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  #41  
Old 05-03-2021, 9:56 PM
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kcheung2 kcheung2 is offline
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Originally Posted by kevin c View Post
Interestingly enough, I used to dry tumble in walnut or corncob, using Midway's Frankford Arsenal polish, and if the media was old enough and overloaded with polish, I'd get cases with dirty looking crud on them that was hard to remove, plus even worse buildup inside the tumbler bowl.

I guess either method requires the right technique.

I went to wet tumbling. Even with keeping the lid on the tumbler, using dryer cloths, dampening the media and separating the media in a covered bin to keep the dust down there was still a lot of dust that was likely contributing to my elevated lead levels. The lead levels improved after the switch.
Dry tumbling should be exactly that, dry. When you make dry tumbling moist, that's the worst of both methods.
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  #42  
Old 05-04-2021, 12:09 AM
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Originally Posted by nedro View Post
So, the cartridges will still have some dust/debree left in them, but nothing to worry about. Correct?
Correct.
The remaining dust on the cases acts as a dry lube to keep the brass from galling to the sizing die or the expander button.
Galling is a common problem that wet tumbled cases have if the owners don't add some lube to the inside and outside of the cases before sizing.
Rifle cases need to be lubed anyways, but straight wall pistol cases like 9mm, 40, 45, 38/357 can all be sized in carbide dies without any lube.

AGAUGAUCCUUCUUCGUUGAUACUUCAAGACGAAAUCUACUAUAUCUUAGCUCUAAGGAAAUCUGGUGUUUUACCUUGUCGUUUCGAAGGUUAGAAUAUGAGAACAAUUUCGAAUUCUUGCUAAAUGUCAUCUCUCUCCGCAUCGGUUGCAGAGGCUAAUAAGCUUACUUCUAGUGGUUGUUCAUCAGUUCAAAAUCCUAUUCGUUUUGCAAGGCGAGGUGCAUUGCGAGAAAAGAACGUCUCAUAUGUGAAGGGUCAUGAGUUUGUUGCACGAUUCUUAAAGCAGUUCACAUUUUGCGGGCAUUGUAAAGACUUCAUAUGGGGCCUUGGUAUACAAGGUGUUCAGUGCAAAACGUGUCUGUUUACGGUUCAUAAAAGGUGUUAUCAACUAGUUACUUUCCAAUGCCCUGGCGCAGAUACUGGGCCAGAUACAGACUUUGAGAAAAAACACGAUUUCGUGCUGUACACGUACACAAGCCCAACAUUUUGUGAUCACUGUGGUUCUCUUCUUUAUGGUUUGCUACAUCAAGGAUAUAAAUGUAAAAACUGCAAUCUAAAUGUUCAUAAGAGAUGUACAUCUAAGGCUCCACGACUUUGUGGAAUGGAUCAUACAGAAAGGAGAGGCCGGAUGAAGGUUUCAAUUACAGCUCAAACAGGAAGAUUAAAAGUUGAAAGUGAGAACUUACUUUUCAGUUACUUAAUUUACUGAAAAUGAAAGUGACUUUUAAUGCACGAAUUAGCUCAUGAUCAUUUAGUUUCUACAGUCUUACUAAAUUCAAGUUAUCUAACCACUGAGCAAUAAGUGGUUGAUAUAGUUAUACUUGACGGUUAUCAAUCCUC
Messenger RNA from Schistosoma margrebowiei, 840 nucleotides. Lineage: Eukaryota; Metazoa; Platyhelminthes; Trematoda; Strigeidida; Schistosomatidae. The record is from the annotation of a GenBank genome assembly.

The dust from dry tumbling is enough to keep them from galling.
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  #43  
Old 05-04-2021, 7:10 AM
fguffey fguffey is offline
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Many years ago I said "for the worst of cases", I purchased 1,400 military once fired cases. It is needless to say I purchased them on the cheapen, no one wanted the cases. At 1 cent each I did not think I could go wrong.

I threw a few cases into a tumbler and ran them for days and days. They came out clean but at the range I got snarky looks. SO? I went back a bunch of years to another time and a different set of problems. When it came to soaking and cleaning they limited to time to less than 2 minutes 30 seconds. Any more time than 2 minutes 30 seconds they were left with no case.

So I decided if they were cleaning with an acid I could do the same but with less acid. For those that can keep up less acid means more time. I settled on 5% vinegar for 15 minutes maximum. AND THEN! I decided there was an reason/rational for for washing the cases after cleaning in an acid. In the beginning they rinsed the cases 3 times in boiling water.

I decided to reduce the rinse to 2 times in boiling water and then once in clean clear water. After that I tumbled the cases for one hour. I still have some of those cases. When it came to cleaning those cases I reduced the tumbling time by 14 days. But I only went through that much work for the worst of cases.

After that reloaders started developing their own cute way to clean cases. They do not have "the worst of cases".

F. Guffey
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  #44  
Old 05-04-2021, 11:27 AM
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67Cuda 67Cuda is offline
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You aren't related to kendog by any chance?

Quote:
Originally Posted by fguffey View Post
Many years ago I said "for the worst of cases", I purchased 1,400 military once fired cases. It is needless to say I purchased them on the cheapen, no one wanted the cases. At 1 cent each I did not think I could go wrong.

I threw a few cases into a tumbler and ran them for days and days. They came out clean but at the range I got snarky looks. SO? I went back a bunch of years to another time and a different set of problems. When it came to soaking and cleaning they limited to time to less than 2 minutes 30 seconds. Any more time than 2 minutes 30 seconds they were left with no case.